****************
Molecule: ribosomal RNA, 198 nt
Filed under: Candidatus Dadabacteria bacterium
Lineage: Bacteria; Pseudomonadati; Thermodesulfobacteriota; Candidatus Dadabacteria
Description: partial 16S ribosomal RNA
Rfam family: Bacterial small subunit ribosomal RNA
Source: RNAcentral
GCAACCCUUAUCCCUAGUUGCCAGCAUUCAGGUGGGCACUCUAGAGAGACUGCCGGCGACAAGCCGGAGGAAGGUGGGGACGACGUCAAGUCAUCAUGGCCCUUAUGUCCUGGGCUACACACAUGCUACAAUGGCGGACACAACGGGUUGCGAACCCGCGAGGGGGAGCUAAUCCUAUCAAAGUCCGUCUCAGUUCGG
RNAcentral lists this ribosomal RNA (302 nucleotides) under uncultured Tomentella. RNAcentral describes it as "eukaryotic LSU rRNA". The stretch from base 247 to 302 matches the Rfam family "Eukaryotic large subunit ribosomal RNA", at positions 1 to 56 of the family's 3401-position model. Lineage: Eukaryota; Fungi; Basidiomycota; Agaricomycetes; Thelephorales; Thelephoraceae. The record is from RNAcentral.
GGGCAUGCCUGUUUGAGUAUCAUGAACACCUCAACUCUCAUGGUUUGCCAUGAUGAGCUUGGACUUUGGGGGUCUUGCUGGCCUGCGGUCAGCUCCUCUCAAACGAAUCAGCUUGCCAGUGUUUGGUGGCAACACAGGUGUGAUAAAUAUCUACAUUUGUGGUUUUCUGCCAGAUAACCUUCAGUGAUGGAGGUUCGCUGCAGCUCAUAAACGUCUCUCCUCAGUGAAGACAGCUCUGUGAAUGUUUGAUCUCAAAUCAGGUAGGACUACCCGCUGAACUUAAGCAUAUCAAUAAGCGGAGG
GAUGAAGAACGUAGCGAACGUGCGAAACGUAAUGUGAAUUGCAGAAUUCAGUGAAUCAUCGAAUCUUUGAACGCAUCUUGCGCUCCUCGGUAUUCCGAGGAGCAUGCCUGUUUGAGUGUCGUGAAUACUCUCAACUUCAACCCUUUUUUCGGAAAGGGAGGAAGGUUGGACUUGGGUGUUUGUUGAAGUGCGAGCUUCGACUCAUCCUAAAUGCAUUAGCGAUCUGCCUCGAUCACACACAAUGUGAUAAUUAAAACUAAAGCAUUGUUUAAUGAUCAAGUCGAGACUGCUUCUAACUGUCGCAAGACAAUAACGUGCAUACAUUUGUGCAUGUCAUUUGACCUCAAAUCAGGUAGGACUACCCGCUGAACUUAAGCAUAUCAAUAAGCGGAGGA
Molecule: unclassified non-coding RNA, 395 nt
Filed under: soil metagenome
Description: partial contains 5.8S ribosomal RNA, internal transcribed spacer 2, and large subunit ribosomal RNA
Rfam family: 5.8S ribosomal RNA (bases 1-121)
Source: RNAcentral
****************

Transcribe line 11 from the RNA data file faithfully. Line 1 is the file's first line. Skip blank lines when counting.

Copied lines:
Molecule: unclassified non-coding RNA, 395 nt